"Father, you are leading up to something. What is it you wish to say?"

"This. You have persistently disobeyed me and made me very unhappy, but to-day I must ask you to respect my wishes. Do not proclaim to our guests the sad truth regarding your deficiency."

"Good!" she exclaimed gaily. "I shall wear a robe the size of an Arabian tent, and I shall surround myself with soft pillows, and I shall wheeze when I breathe and—who knows?—perhaps some dark-eyed young man worth a million piasters will be deceived, and will come to you to-morrow, and buy me—buy me at so much a pound." And she shrieked with laughter.

"Stop!" commanded her father. "You refuse to take me seriously, but I am in earnest. Do not humiliate me in the presence of my friends this afternoon."

Then he hurried away before she had time to make further sport of him.

To Count Selim Malagaski this garden-party was the frantic effort of a sinking man. To Kalora it was a lark. From the pure fun of the thing, she obeyed her father. She wore four heavily quilted and padded gowns, one over another, and when she and Jeneka were summoned from their apartments and went out to meet the company under the trees, they were almost like twins and both duck-like in general outlines.

First they met Mrs. Rawley Plumston, a very tall, bony and dignified woman in gray, wearing a most flowery hat. To every man of Morovenia Mrs. Plumston was the apotheosis of all that was undesirable in her sex, but they were exceedingly polite to her, for the reason that Morovenia owed a great deal of money in London and it was a set policy to cultivate the friendship of the British.

While Jeneka and Kalora were being presented to the consul's wife, these same young men, the very flower of bachelorhood, stood back at a respectful distance and regarded the young women with half-concealed curiosity. To be permitted to inspect young women of the upper classes was a most unusual privilege, and they knew why the privilege had been extended to them. It was all very amusing, but they were too well bred to betray their real emotions. When they moved up to be presented to the sisters they seemed grave in their salutations and restrained themselves, even though one pair of eyes, peering out above a very gauzy veil, seemed to twinkle with mischief and to corroborate their most pronounced suspicions.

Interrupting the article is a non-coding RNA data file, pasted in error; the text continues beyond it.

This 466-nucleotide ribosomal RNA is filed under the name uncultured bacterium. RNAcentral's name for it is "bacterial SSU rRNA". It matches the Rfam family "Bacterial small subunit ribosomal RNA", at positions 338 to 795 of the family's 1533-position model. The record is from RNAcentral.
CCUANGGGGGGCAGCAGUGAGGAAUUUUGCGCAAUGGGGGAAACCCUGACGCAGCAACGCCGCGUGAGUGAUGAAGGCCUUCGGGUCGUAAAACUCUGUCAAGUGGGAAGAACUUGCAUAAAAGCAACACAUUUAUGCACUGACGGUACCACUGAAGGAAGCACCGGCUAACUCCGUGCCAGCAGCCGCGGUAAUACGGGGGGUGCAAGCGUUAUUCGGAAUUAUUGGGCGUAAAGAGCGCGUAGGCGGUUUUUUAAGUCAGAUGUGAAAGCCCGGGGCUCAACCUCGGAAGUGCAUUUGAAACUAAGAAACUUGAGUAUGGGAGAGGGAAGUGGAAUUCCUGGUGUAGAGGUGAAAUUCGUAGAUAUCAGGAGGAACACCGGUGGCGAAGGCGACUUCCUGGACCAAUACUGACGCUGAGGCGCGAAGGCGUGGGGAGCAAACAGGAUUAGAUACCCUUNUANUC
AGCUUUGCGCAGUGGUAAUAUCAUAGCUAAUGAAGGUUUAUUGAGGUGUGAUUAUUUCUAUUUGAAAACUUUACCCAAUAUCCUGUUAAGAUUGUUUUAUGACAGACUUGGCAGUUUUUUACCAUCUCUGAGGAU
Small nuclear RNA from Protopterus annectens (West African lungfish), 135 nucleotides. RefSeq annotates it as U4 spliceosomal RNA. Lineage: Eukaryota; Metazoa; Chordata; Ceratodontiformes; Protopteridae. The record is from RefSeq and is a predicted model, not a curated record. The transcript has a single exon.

Out of courtesy to his guests, Count Malagaski had made his garden-party as deadly dull as possible. Little groups of bored people drifted about under the trees and exchanged the usual commonplace observations. Tea and cakes were served under a canopy tent and the local orchestra struggled with pagan music.

Kalora found herself in a wide and easy kind of a basket-chair sitting under a tree and chatting with Mrs. Plumston. She was trying to be at her ease, and all the time she knew that every young man present was staring at her out of the corner of his eye.

Mrs. Plumston, although very tall and evidently of brawny strength, had a twittering little voice and a most confiding manner. She was immensely interested in the daughter of the Governor-General. To meet a young girl who had spent her life within the mysterious shadows of an oriental household gave her a tingling interest, the same as reading a forbidden book. She readily won the confidence of Kalora, and Kalora, being most ingenuous and not educated to the wiles of the drawing-room, spoke her thoughts with the utmost candor.

"I like you," she said to Mrs. Plumston, "and, oh, how I envy you! You go to balls and dinners and the theater, don't you?"

"Alas, yes, and you escape them! How I envy you!"

"Your husband is a very handsome man. Do you love him?"

"I tolerate him."

"Does he ever scold you for being thin?"

"Does he what?"

"Is he ever angry with you because you are not big and plump and—and—pulpy?"

"Heavens, no! If my husband has any private convictions regarding my personal appearance, he is discreet enough to keep them to himself. If he isn't satisfied with me, he should be. I have been working for years to save myself from becoming fat and plump and—pulpy."

"Then you don't think fat women are beautiful?"